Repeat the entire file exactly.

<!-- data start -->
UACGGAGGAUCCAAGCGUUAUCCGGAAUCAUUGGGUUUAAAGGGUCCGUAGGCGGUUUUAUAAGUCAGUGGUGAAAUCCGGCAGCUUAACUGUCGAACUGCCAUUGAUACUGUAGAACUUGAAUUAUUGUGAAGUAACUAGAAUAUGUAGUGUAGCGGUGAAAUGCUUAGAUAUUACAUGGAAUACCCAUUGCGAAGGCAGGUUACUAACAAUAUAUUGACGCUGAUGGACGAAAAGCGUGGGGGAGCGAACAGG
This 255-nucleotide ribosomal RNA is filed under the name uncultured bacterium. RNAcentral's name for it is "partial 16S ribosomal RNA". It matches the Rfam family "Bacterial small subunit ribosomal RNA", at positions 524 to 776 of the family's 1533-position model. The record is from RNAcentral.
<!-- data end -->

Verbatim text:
UACGGAGGAUCCAAGCGUUAUCCGGAAUCAUUGGGUUUAAAGGGUCCGUAGGCGGUUUUAUAAGUCAGUGGUGAAAUCCGGCAGCUUAACUGUCGAACUGCCAUUGAUACUGUAGAACUUGAAUUAUUGUGAAGUAACUAGAAUAUGUAGUGUAGCGGUGAAAUGCUUAGAUAUUACAUGGAAUACCCAUUGCGAAGGCAGGUUACUAACAAUAUAUUGACGCUGAUGGACGAAAAGCGUGGGGGAGCGAACAGG
This 255-nucleotide ribosomal RNA is filed under the name uncultured bacterium. RNAcentral's name for it is "partial 16S ribosomal RNA". It matches the Rfam family "Bacterial small subunit ribosomal RNA", at positions 524 to 776 of the family's 1533-position model. The record is from RNAcentral.